Should be careful though counting coins. President Obama raised quite a bit more from oil and gas interests in the last cycle than Barton did. And he has been trying to do the oil companies’ bidding up until this spill intervened. He is even allowing drilling to go forward in the Gulf while all the spill response resources are already tied up so that a new spill would have no clean up effort at all. Perhaps Barton is just throwing a jealous fit because he feel jilted by the oil companies. What he says in not important, he is just mad at the President because the oil companies like the President better than Joe Barton. Happens in junior high school all the time….

  8. Peter Mizla says:

    And the GOP is hoping to run as a ‘Populist’ party this autumn protecting the evil overreach of big Government”–SURE RIGHT.

    At this point the above aspirations of the GOP have probably been dashed forever- I am sure at this point only those totally mesmerized by the tripe of FOX News will know who the real enemy is-

  9. BillD says:

    I wonder whether Barton’s comments would have been different if the spill had reached the shores of Texas. Is it just that he didn’t see the point of helping people to the east of his great state? Even with a 20 billion escrow, I expect that many businesses dependent on the Gulf for tourism and fisheries will go belly up. Presumably, Barton wanted to wait months or years to help people who were counting on Gulf derrived income from this spring and summer

  10. Philip says:

    More than good. Biden at his best. What politics and government should be about. Let’s hope that this is given wide exposure.

  11. mike roddy says:

    Dave Roberts of Grist has a good piece today about the US Senate. Be sure to have a barf bag handy.

    http://www.grist.org/article/2010-06-17-another-pathetic-day-in-the-us-senate

  12. Zan says:

    Re: Barton’s apology: As a matter of usage, I just can’t believe anyone still thinks “If” is any kind of apology.

  13. Leland Palmer says:

    Oh, the low estimates are the scientists fault, according to Reuters:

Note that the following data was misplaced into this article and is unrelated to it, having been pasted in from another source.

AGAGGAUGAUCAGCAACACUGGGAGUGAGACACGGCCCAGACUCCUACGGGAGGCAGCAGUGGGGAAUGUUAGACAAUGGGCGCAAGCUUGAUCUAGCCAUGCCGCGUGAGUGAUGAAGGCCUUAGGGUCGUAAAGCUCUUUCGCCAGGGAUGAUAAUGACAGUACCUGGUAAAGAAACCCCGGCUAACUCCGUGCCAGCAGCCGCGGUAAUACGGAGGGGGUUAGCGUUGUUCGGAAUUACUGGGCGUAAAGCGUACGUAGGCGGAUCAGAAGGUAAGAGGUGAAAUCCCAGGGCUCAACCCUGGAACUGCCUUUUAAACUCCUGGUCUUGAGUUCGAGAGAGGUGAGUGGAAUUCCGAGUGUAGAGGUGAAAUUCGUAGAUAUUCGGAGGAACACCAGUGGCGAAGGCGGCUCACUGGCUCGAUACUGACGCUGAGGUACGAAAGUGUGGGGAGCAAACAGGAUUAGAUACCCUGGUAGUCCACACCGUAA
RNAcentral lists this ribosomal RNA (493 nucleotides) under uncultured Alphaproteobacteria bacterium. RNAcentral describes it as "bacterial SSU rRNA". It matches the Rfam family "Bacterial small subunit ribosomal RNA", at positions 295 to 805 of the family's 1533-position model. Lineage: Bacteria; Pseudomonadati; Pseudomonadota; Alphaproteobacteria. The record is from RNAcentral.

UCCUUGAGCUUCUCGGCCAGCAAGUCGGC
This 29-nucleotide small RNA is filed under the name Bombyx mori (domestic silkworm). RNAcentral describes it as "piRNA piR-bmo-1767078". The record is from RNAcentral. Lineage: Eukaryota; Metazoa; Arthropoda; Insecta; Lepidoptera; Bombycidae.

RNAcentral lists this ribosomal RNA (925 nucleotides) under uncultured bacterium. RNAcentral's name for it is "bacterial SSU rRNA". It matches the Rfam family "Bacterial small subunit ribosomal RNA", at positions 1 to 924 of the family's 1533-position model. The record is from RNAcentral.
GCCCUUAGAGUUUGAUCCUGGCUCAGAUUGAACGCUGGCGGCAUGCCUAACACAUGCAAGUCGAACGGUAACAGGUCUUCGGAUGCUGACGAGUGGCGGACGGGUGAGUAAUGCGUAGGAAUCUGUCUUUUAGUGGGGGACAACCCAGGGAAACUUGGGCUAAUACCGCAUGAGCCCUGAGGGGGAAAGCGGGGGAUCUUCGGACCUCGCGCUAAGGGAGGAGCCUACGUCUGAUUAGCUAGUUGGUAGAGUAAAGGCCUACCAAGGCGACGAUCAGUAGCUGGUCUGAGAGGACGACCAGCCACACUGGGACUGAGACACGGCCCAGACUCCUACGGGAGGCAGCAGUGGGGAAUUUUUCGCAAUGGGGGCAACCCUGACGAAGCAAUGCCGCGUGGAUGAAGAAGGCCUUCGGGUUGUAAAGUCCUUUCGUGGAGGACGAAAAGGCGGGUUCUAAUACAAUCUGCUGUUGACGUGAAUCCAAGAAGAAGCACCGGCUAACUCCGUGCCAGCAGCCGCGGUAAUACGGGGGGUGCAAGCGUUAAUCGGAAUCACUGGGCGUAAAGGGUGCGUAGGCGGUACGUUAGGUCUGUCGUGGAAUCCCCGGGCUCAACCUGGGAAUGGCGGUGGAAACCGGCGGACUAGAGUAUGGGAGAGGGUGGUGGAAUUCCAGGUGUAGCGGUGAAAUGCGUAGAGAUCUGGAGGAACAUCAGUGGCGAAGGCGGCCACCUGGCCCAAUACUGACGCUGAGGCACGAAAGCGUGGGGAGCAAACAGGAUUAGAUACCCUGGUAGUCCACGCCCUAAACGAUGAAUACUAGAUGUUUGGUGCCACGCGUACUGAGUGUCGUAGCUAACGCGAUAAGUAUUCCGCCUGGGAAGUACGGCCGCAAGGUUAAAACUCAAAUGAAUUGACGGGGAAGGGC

That’s the most recent estimated range of the leak’s flow rate from a team of U.S. scientists.

    The scientists seeking to gauge the flow rate for the U.S. government have tripled their figure for the high-end estimate of the amount of oil leaking into the Gulf of Mexico since offering their first guess of 12,000 to 19,000 barrels a day.

    See? It’s the scientists changing their minds, not BP, at all. No mention of BP’s initial estimate of 5000 barrels per day, which the MSM continued to quote, for weeks. No mention of the scientists that testified before Markey’s committee, with an estimate of roughly 100,000 barrels per day – in the middle of May.

    Steve Wereley, an associate professor of mechanical engineering at Purdue University, earlier this month made simple calculations from a video BP released on May 12 and came up with a flow of 70,000 barrels a day, NPR reported last week. Werely on Wednesday told a House Commerce and Energy Committee subcommittee that his calculations of two leaks that show up on videos BP released on Tuesday showed 70,000 barrels from one leak and 25,000 from the other.

    Reuters implies that the divergent estimates are because scientists can’t make up our minds, not because we are living in a country with a news media apparently controlled by a financial elite.

  14. Ziyu says:

    @Sustainable2050, The coast guard has some fuzzy math skills there. The lowest estimate for the spill rate is 35000 barrels. Scientifically, you are supposed to take an average of the given ranges by scientists to do your calculations. The range is from 35000-100000 barrels per day. The average is about 65000 barrels. 25000/65000 is much closer to 40%. There is no way 70% of the oil is being captured. Do the math scientifically and you get somewhere between 30-40%. Heck the Coast Guard’s math may be the other way around. Instead of capturing 70% and 30% spilling, it is 30% capturing and 70% spilling. Spill Baby Spill!

  15. talkpc says:

    It’s the scientists changing their minds, not BP, at all. No mention of BP’s initial estimate of 5000 barrels per day, which the MSM continued to quote, for weeks. No mention of the scientists that testified before Markey’s committee, with an estimate of roughly 100,000 barrels per day – in the middle of May.

  16. Acronym List says:

    Steve Wereley, an associate professor of mechanical engineering at Purdue University, earlier this month made simple calculations from a video BP released on May 12 and came up with a flow of 70,000 barrels a day, NPR reported last week. Werely on Wednesday told a House Commerce and Energy Committee subcommittee that his calculations of two leaks that show up on videos BP released on Tuesday showed 70,000 barrels from one leak and 25,000 from the other.

  17. website says:

    Dave Roberts of Grist has a good piece today about the US Senate. Be sure to have a barf bag handy.